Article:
5. @adfer I’m flying US3 internationally by choice. Flying MAD to USA on AA in a few months with miles since the other option was BA using the same miles + over $500. Call me crazy, but I hear BA J isn’t all that great anyway. Certainly not worth $500 more than AA J and I don’t have to stop in London.

  6. @JDS is it like getting on a horse? Always from the left side? 🙂 Now I am curious too.

    Nice review and I like knowing this option exists and is worthwhile. So it seems they get you to PPT early enough to catch an inter-island flight the same day, correct? I know I read that some don’t and you have to spend the night on Tahiti before going elsewhere. Am I remembering correctly? If so, Air Tahiti Nui would have a huge advantage over United or anyone else.

  7. @Ryan I recently did a status match to DL from UA and flew 2 domestic and 2 international segments with DL. I was blown away by how much better DL’s hard and soft products were on the domestic sectors. I was even more blown away by how much worse DL’s hard and products were compared to UA on the international sectors. It was like flying 2 completely different airlines when switching sectors with DL…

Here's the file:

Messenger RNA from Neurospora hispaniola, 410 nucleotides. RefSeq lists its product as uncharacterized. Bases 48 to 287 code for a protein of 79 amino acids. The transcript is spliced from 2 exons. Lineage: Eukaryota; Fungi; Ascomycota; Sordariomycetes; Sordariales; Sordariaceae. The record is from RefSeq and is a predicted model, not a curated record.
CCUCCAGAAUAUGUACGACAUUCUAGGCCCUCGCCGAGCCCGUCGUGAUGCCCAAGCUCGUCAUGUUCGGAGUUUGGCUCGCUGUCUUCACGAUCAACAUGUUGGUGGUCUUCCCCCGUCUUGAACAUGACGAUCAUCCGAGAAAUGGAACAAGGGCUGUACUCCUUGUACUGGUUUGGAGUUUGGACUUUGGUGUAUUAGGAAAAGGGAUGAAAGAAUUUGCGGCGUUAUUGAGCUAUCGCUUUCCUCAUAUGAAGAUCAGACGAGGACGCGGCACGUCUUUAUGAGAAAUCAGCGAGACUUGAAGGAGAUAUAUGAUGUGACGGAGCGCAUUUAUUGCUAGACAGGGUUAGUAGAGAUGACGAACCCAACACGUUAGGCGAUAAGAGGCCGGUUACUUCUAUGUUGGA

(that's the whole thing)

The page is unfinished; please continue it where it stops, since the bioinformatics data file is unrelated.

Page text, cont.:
8. @JDS
    Like many conventions in aeronautics, it is product of aviation’s roots in the maritime industry. The practical reason behind this goes back millennia. Until the Age of Discovery, European ships were controlled by rear quarter mounted steering oars (The Chinese beat the West to center-mounted rudders by more than a millennium). As most helmsmen were right-handed, the oar extended from the right side of the ship. So that the steering oar would not get in the way, ships were loaded on docks/wharfs/piers from the left. This is the origin of the terms port/larboard (related to the Middle English lade meaning load) and starboard.

    This convention likely also survived in aviation because captains controlling from the left seat had better spatial awareness on the left side of the aircraft, and planes historically taxied close to the terminal itself where passengers unloaded via stairs and then walked across the apron. It is safer and easier to control passengers who have a large aircraft hemming them into the terminal area, while cargo and service items can be loaded from the outside/starboard.